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New Camps and Retreat director takes ministry to next level

By Jessica Connor

S.C. United Methodist Camps and Retreat Ministry has a new director at the helm, and he’s hoping to take the group into a brighter tomorrow.

Longtime development executive Arthur Spriggs became new executive director Feb. 1, replacing the Rev. Jody Oates, who stepped down at the end of October.

Camps and Retreat Board Chair the Rev. Smoke Kanipe called Spriggs “the perfect fit” for camping and retreat ministry in the South Carolina Annual Conference.

“We received over 40 resumes for this position, including some very qualified applicants. But when I began calling Arthur’s references, I was really struck by their enthusiasm,” Kanipe said. “These were people who had known him over the years in a variety of settings, and each one said, in effect, ‘I would love to have this man leading my organization.’ Sure enough, as we went through the interview process, we were all impressed by Arthur’s warm personality, his extensive background in camping ministry, his proven track record as a fundraiser and his deep but relaxed spirituality.”

With a background in development, Spriggs spent more than 17 years with the nonprofit YMCA (Young Men’s Christian Association) before shifting gears to lead an independent United Way fund for seven years. Much of his YMCA work involved leading outdoor centers and directing facilities and programs. Originally from East Tennessee, he has traveled the nation extensively in his work with retreats, most recently Indiana, and he’s happy to be back home in the South.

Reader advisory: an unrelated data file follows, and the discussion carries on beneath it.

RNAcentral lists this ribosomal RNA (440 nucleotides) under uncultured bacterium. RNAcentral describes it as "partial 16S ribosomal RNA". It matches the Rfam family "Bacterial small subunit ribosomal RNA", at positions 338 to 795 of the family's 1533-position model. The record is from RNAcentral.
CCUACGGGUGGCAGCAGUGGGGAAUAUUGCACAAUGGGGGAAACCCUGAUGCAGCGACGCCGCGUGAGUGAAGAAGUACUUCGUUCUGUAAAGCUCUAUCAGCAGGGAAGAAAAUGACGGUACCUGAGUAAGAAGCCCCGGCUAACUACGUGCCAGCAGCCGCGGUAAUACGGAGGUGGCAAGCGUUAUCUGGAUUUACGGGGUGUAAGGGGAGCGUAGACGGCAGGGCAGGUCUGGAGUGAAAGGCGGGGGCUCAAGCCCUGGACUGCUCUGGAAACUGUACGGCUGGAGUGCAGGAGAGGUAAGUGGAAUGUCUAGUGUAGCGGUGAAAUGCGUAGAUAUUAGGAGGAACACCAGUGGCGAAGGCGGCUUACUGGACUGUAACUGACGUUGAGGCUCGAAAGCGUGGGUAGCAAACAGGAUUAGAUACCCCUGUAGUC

He feels he can bring a fresh set of eyes and a somewhat different background to an already excellent operation.

“My strengths are in the area of development, and from what I gathered from the board, they really want to push the envelope on that,” Spriggs said. “We know what we’d love to do at (Sewee Coastal Retreat Center), know there are lots of opportunities around the state, so how do we get there?”

Initially, Spriggs said he will work with the board to identify a short-term plan while he crafts a long-range development plan for Camps and Retreat.

The ministry currently manages two properties: the thriving Asbury Hills acreage in the upstate mountains, which is a highly popular summer camp, and the 40-acre Sewee Coastal Retreat Center, which is on pause as a ministry-led operation and is being leased by Clemson University while the board decides what to do with it.

Spriggs said he sees a lot of potential in Sewee as an adult retreat center. Sitting right on the Intracoastal Waterway between Charleston and Myrtle Beach, Spriggs said Sewee is worth about $8 million and is an incredible location.

The issue is not whether Sewee is a viable property, but rather whether the board can raise the kinds of dollars to bring Sewee where it wants to be.

 

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